earlier discussions of the problems for the existential position, and given the explicit
formulation of each of the interpretations, we should be able to better deal with them,
discern where the problems lie, and propose some solutions or qualifications. Our
naïve criticisms have already informed us that the difficulties lie in 2a and, perhaps
less obviously, 2bthe formulations for sensibles, the objects of opinion. The
apparent problem is this: How can something both exist and not exist, or be both F
and not F? While the notion of something both existing and not existing seems
more absurd, it is not any more problematic, logically speaking, than something having the
qualities F and not F. But why are these formulations problematic in the
Summary of existential and predicate models.
By substituing "exists" for "is" in Plato's object model, we get the
existential interpretation. With X, Y, and Z standing for the objects of knowledge,
opinion, and ignorance respectively.
The answer seems to be,
as many commentators have suggested, that they are not really problematic
so long as we qualify them temporally, spatially, or relatively. That
is, the formulations are only absurd if they are considered apart
from time, space, or perspectivein a vacuum so to speak. Given a
more complex account, the formulations can be rendered entirely coherent.
For instance, something can exist at time t1 and not exist
at time t2. The same applies for the predicative formula.
Something can be F at one time and not F at another. If
temporality is included as part of the contexts of the formulae,
they are entirely consistent. But it seems 2a cannot easily
be rendered coherent by appeal to perspective, while 2b can.59 I
would argue that this does not furnish grounds for eliminating the
existential interpretation, since Plato does not even bother to qualify
his expression at all. We cannot readily reject 2a because
we cannot reconcile it with relative perspective. Plato does
not take care to explain the conditions for qualifying the objects
of knowledge, opinion, and ignorance, so we cannot justifiably throw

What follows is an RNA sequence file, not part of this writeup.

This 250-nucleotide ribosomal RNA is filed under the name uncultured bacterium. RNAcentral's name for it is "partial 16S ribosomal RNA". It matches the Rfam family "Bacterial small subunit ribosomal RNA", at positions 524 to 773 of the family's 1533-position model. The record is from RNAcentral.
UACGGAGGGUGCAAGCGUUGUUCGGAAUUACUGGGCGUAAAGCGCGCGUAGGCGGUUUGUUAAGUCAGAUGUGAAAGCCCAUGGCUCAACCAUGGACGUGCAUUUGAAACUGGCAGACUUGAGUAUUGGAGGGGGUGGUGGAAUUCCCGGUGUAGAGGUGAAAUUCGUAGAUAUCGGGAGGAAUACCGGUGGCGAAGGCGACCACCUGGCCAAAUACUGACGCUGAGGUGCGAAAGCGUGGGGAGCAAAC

out the existential interpretation because of its failure to measure
up to conditions that Plato does not himself bother to specify.
Types of Change2a and 2b
For evaluative purposes, we must further
discuss the issue of change and its relation to the two formulae for sensibles. Earlier,
we briefly discussed Plato's classification of the objects of knowledge, opinion, and
ignorance. Plato's basic epistemological idea is that only perfect, unchanging Forms
can be the proper objects of knowledge.
objects which undergo constant change, or embody opposite properties,
cannot furnish grounds for knowledge, since whatever propositions
one constructs in reference to them are always false, or, rather,
become false due to change. Some X may be F at time t1 and
not F at time t2; X may be F from one person's
point of view and not F from another's; X may be F in
one respect and not F in another.60 In
short, it seems that sensiblesobjects which undergo some type
of changecan never be proper objects of knowledge if we can never
give an accurate, indubitable description of them. From this
reasoning we get 2a and 2b as possibilities. In Republic Bk.
V, rather than giving us an exposition of change, or flux, Plato
gives us "that which is and is not." By looking
further into types of flux, and making some distinctions between
two types of change, we should see how this affects our evaluation
of 2a and 2b
T.H. Irwin, in "Plato's Heracleiteanisim," outlines two types of flux: self-change (s-change)
and aspect-change (a-change). S-change amounts to constant "qualitative
alteration." Some X is F at one time, not F at another:
X s-changes iff at time t1 X
is F and at time t2 X is not-F, and X itself is not in the same
condition at t2 as it was at t1.61
This does not exhaust the kinds of change
attributed to Heracleitus, whose "unity of opposites" also includes things with
"compresent opposite properties." This is a-change.
X a-changes iff X is F in one
aspect, not-F in another, and X is in the same condition when it is F and
when it is not-F.
What is the difference between the two
types of change? As Irwin suggests, s-change is change through time, while in
a-change, time is static. Both involve the "presence of opposite
properties in different situations," but in a-change these opposite properties
are not derived by comparing the object with itself at some previous time. According
to Irwin, we can safely infer that Plato recognized the differences between s-change
and a-change, and that he clearly refers to both types. However, Plato does
not clearly distinguish them.62 This is critical for our understanding of
Bk. V and for evaluating the existential and predicative formulae in 2a and 2b.
What kinds of change are consistent with the existential and predicative models? It
should be clear that